Pokemon ROM Hacks Brought To The Real World

If you were a kid anywhere in the last 30 years, it was nearly impossible to avoid at least some exposure to the Pokemon franchise. Whether that’s through games like Red and Blue to Scarlet and Violet, the brief summer everyone played Pokemon Go, or to other media such as the trading card game or anime, it seems to have transcended generations and cultures fairly thoroughly. And, if you’ve consumed all there is of official Pokemon video gaming, you may be surprised to know there are a number of slightly modified games floating around out there that can be translated onto game carts just like their official counterparts.

[imablisy] has played a lot of these ROM hack games but always within something like a virtual console or emulator, so he wanted something physical which would work on original hardware of the era. For this he’s making physical copies of Flora Sky and Vega, which are based on Pokemon Emerald and Fire Red originally for the Game Boy Advance. To get the cart he found a bunch of Mother 3 cartridges to use as the donor. From there he backed up his Emerald and Fire Red cartridges, modified the ROMs with the modifications, and then sent those new ROMs to overwrite the data on the Mother 3 cartridges.

A playable cartridge is only half of the build, though. He wants these to look and feel like real Pokemon games, so he added a color-appropriate translucent case and also printed custom holographic labels for each. It might seem straightforward, but from the style of [imablisy]’s video it’s clear he is very familiar with processes like these, from the artwork all the way to the hardware and software side. We’re also pleased no classic hardware was damaged during this build, much like this version of Doom on an NES cart which used a common game for the donor to upset the least number of collectors.

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DIY GameTank Game Console Gets Upgraded Cartridge

Over the summer, you might recall seeing a homebrew 6502 game console called the GameTank grace these pages. The product of [Clyde Shaffer], the system was impressively complete, very well documented, and even had a budding library of games.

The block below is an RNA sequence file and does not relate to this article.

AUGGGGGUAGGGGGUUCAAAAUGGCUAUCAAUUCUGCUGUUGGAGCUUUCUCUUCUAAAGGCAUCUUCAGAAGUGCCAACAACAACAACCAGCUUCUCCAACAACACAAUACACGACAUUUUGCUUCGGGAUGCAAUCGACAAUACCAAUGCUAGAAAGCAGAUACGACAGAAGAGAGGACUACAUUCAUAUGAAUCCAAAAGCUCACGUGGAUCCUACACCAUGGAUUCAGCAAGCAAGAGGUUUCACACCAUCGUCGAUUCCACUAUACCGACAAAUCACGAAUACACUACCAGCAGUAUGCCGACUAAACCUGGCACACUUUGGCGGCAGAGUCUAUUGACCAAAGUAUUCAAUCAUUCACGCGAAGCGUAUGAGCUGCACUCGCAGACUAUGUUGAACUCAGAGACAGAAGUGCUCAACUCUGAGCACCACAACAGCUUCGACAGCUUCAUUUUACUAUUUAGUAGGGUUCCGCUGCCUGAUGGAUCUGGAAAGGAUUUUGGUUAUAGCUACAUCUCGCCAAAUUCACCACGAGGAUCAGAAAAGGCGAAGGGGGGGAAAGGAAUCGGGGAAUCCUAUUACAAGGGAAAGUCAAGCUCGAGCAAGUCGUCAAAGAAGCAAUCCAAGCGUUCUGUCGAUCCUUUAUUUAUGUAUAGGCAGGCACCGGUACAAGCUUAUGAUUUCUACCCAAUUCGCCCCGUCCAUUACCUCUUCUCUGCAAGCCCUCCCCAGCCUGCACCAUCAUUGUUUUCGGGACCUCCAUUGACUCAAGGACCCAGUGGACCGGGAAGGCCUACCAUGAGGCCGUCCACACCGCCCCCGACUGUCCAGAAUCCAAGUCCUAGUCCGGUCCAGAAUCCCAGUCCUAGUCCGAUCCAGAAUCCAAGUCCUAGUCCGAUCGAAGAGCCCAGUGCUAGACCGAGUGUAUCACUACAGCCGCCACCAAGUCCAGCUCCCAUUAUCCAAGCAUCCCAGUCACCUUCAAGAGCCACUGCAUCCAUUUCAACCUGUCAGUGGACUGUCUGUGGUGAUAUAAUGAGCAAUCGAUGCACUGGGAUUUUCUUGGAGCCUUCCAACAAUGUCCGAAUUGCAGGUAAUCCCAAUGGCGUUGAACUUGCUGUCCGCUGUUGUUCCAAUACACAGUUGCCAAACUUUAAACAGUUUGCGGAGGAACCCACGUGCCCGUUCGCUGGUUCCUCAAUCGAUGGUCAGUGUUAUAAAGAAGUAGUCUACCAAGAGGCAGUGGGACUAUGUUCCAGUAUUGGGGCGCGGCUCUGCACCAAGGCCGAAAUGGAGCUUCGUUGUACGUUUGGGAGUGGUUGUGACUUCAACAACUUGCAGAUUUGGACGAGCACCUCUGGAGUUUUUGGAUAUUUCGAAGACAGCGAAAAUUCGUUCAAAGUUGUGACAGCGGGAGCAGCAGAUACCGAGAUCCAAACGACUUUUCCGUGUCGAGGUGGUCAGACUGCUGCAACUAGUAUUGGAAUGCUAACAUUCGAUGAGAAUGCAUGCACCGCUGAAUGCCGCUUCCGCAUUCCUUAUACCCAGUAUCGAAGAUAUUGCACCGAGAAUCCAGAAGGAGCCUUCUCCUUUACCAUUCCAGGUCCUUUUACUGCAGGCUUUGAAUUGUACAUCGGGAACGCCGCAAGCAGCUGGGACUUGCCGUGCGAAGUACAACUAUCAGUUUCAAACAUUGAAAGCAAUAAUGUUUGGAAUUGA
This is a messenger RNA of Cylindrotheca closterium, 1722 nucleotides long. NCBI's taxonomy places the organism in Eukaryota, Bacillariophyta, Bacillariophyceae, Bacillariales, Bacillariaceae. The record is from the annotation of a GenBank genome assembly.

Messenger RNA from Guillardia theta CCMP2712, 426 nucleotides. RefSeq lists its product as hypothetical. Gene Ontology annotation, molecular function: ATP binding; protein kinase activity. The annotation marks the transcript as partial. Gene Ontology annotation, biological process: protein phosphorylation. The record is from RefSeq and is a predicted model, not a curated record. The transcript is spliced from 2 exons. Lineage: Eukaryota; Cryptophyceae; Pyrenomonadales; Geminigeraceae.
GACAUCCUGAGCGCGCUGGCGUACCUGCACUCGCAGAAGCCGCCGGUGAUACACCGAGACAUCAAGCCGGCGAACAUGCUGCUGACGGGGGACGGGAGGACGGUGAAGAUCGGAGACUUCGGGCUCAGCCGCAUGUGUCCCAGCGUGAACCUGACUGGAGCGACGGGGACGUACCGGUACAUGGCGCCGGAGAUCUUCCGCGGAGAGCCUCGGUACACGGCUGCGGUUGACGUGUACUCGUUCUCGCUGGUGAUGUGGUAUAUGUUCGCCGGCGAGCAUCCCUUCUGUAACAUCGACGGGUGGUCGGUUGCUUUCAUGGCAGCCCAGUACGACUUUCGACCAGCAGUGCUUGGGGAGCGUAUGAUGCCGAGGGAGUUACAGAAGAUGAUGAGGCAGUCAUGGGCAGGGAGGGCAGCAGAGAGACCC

Recently, [Clyde] took to the r/electronics subreddit to show off the latest improvement to the GameTank: a revised removable cartridge. The biggest change this time around is the addition of 32 KB of battery-backed SRAM that gives games (or any other software that might be on the cartridge) some persistent storage to work with. Continue reading “DIY GameTank Game Console Gets Upgraded Cartridge”

A Pokemon Silver Cartridge Made Of Pure Silver

The big problem with Pokemon Silver is that it came in a cartridge made of only-slightly-sparkly grey plastic. [Modified] decided to fix all that, making an all-silver cartridge instead.

The cartridge was first modeled to match the original as closely as possible, and 3D printed for a fit check. From there, a test cartridge was machined out of a block of aluminium to verify everything was correct. It’s a wise step, given the build relies on a 1-kilogram bar of silver worth roughly $750.

With everything checked and double-checked, machining the silver could go ahead. Every scrap of silver that could be saved from the CNC machining was captured in a box so that it could be recycled. Approximately 28 grams of silver was lost during the process. WD40 was used as a coolant during the machining process, as without it, the silver didn’t machine cleanly. The final cart weighed 164 grams.

It’s not a particularly hard project for an experienced CNC operator, but it is an expensive one. Primary expenses are the cost of the silver bar and the Pokemon cart itself, which can be had for around $50 on the usual auction sites.

However, the “heft and shine” of the finished product is unarguably glorious. Imagine handing that over to a friend to plug into their Game Boy! Just don’t forget to ask for it back. If you’re rich enough to do the same thing with Pokemon Gold or Platinum, don’t hesitate to drop us a line. 

We love a good casemod, and this one reminds us of a brilliant crystal PlayStation 2 from years past.

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HitClips Cartridge Hack

HitClips Custom Cartridge Hack Will Never Give Up, Let Down, Or Turn Around

In August 2000, Tiger Electronics released HitClips: Music cartridges and players designed to easily share 60 second low quality Clips of a youngster’s favorite Hits. Various players were available, and individual cartridges were inexpensive enough to collect. And it’s these toy music players that [Guy Dupont] has been hacking quite successfully on as you can see in the video after the break and on [Guy]’s Hackaday.io page.

HitClips Cartridge Hack
Two PCB’s make up the new cartridge

[Guy]’s main goal was to make cartridges of his own that could not just hold more music than the short clips in the commercially made product, but could make use of modern technology that has matured since HitClips came onto the scene more than 20 years go.

The project’s components are relatively simple, but beautifully executed. An ATTINY84 didn’t work out, so a SAM D09 controller was put it place to to read files from a microSD card and translate the WAV file into the HitClips player’s format. 3d printed cartridges and custom PCB’s complete the hack, ensuring that you can use any of the many HitClips players to play something new for a change.